Monday, July 30, 2012

The Hybrid Stat Block: Hit Points

We continue our look at the 4e Forever monster stat block today with some changes I am making to hit points. We are not going back to hit dice, so don't panic. The basic concept of hit points isn't changing, and they are still listed just like they are on the 4e stat block. However, the formula for calculating monster hit points has changed.

Recently, I posted about how I am experimenting with different ways to derive certain statistics. It is a push towards simplicity. I have also mentioned a few times that many of the encounters in my upcoming project are with variable numbers of the same monster, much like the wandering monster tables of yesteryear. Partly because of this, I have dropped some of the roles from monsters. I retain Minion, Solo, Standard, Elite, and Savage, but drop the rest. It isn't that roles are bad, they just really didn't fit my project mechanically or aesthetically. In the process, I had finally realized the obvious: the way 4e does hit points is really annoying.

4e has different formulas for different types of monsters. This makes perfect sense for Solos, Minions, Standards, and Elites, because these categories are based on the overall ratios of hit points. However, Brutes, Skirmishers, and the rest have hit points based more on flavor. Weak little Artillery guy in the periphery of the fight? Fewer hit points. Big tough Soldier? More hit points. Makes sense. It also makes it a nightmare to calculate hit points. Heck, I'm not even giving Constitution scores to monsters in the first place!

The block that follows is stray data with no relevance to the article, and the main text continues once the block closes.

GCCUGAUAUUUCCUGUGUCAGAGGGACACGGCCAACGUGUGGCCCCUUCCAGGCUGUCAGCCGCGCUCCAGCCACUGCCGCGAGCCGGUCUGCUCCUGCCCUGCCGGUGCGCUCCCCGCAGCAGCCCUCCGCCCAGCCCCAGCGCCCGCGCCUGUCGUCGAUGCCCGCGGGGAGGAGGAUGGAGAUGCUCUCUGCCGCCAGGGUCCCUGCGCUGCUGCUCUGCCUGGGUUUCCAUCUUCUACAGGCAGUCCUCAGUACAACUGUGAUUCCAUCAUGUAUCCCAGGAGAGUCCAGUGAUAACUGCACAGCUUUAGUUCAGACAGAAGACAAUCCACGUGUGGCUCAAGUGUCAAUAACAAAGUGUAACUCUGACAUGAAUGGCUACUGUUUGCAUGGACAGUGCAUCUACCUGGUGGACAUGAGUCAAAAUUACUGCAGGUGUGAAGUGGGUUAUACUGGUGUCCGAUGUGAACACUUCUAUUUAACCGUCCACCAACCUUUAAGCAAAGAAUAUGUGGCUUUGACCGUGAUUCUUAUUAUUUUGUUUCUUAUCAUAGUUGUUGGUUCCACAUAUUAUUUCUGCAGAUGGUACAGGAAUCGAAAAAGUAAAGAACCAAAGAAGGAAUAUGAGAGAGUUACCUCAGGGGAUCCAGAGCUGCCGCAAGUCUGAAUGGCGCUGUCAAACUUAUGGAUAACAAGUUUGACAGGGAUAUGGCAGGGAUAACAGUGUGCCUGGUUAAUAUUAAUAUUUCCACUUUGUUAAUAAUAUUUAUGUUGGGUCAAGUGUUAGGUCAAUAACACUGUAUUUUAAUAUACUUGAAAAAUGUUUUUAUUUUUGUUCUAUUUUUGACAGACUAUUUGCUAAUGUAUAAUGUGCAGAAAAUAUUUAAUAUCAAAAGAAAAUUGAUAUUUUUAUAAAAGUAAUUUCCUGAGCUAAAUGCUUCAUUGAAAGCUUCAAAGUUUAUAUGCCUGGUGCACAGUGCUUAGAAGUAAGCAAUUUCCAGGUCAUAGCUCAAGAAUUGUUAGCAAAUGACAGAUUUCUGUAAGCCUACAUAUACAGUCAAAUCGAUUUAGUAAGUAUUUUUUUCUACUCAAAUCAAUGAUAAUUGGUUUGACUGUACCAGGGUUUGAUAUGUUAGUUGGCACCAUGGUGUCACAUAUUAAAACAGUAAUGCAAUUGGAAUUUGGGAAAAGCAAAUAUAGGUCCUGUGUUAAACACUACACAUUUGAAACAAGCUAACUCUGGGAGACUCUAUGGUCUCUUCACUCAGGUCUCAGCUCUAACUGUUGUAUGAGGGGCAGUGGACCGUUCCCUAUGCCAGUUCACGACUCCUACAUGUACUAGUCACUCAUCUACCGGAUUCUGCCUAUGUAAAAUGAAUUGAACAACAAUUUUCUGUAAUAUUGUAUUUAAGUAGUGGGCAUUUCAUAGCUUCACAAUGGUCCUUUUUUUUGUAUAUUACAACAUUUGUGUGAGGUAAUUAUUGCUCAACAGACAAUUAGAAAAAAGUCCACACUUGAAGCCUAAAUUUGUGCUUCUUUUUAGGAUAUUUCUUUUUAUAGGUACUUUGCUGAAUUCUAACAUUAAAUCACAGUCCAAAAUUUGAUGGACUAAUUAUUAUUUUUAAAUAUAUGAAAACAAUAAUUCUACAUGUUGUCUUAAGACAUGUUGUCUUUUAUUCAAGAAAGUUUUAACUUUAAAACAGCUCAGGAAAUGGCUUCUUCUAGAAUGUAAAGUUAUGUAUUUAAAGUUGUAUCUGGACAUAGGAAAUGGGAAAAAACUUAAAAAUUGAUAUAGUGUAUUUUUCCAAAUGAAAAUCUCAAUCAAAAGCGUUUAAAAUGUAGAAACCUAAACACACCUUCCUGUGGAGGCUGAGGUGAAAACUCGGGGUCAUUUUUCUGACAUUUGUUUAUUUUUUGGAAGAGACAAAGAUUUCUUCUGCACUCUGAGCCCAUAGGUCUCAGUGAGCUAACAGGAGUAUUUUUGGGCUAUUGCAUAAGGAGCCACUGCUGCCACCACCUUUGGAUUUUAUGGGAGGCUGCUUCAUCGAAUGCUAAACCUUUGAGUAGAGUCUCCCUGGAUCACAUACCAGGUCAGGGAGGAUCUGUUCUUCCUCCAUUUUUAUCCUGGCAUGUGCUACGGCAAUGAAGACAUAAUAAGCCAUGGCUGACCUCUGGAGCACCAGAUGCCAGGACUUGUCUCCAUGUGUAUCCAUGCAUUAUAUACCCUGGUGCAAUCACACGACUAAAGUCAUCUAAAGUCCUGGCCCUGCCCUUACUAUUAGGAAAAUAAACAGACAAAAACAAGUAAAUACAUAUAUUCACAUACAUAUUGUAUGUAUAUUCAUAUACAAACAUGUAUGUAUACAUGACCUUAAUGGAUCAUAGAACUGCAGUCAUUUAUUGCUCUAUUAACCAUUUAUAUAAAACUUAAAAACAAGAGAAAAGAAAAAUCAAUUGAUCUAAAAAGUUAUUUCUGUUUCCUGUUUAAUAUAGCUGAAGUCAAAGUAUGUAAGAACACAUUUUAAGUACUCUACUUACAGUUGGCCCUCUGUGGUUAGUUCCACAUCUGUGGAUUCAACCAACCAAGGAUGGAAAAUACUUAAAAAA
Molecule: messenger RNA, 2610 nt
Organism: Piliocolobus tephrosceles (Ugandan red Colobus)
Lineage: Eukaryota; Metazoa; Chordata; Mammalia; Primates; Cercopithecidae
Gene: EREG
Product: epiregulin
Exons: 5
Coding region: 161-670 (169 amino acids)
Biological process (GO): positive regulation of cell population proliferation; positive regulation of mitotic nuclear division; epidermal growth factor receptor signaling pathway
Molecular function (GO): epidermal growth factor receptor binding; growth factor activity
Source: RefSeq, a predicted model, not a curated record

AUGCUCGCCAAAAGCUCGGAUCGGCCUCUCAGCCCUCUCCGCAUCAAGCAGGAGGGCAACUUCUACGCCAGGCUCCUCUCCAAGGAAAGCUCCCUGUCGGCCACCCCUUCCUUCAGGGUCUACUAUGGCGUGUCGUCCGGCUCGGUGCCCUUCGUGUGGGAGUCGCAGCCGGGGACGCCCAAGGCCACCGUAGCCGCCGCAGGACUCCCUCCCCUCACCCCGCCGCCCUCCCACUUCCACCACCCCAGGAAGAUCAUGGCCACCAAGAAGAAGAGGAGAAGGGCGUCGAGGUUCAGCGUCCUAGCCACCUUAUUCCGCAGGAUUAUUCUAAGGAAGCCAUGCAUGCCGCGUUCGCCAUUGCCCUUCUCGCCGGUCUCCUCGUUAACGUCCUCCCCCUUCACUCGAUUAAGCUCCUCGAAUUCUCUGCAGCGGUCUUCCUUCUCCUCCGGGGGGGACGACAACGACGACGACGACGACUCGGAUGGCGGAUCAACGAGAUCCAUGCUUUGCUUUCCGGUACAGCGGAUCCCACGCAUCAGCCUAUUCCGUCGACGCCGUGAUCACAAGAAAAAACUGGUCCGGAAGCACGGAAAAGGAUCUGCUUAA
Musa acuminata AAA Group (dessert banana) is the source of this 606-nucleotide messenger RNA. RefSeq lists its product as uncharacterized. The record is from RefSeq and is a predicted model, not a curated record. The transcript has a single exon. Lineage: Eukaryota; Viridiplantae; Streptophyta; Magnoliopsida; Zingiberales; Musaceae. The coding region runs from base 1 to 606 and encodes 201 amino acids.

It was with all of these things in mind that I came up with the formula for hit points. Overall, it gives monsters a tad fewer hit points. Of the 4e monster roles, only Lurkers and Artillery would average fewer. Everything ends up about "Controller" level. It isn't a huge difference, but I do think that this will still help a titch with combat speed at high levels (something I have gone to great lengths in this project to address). The early playtesting has shown that the monster difficulty will not suffer as a result. But the most important thing is that it's easy. That's the real point of it. With this formula, you do not even need to look in the DMG (or whatever source you use).

The 4e Forever formula for a Standard monster's hit points is (Level x 8) + 20. Elites and Savages have twice that. Solos vary and can have 4 to 5 times the hit points of a Standard. Minions of course have 1 hit point.

Check it out the next time you are making monsters. The slightly lower hit points should help a touch with slow combat, and they are a lot easier to calculate. Leave a post and let me know what you think!

Thursday, July 26, 2012

The Hybrid Stat Block: Move

We continue today looking at my ideas for a new "hybrid" monster stat block for 4e. These will eventually appear in my upcoming fanzine, and they are basically combinations of old Oe/1e/B/X stats with those of 4e. Today we look at how the stat block will note monster movement.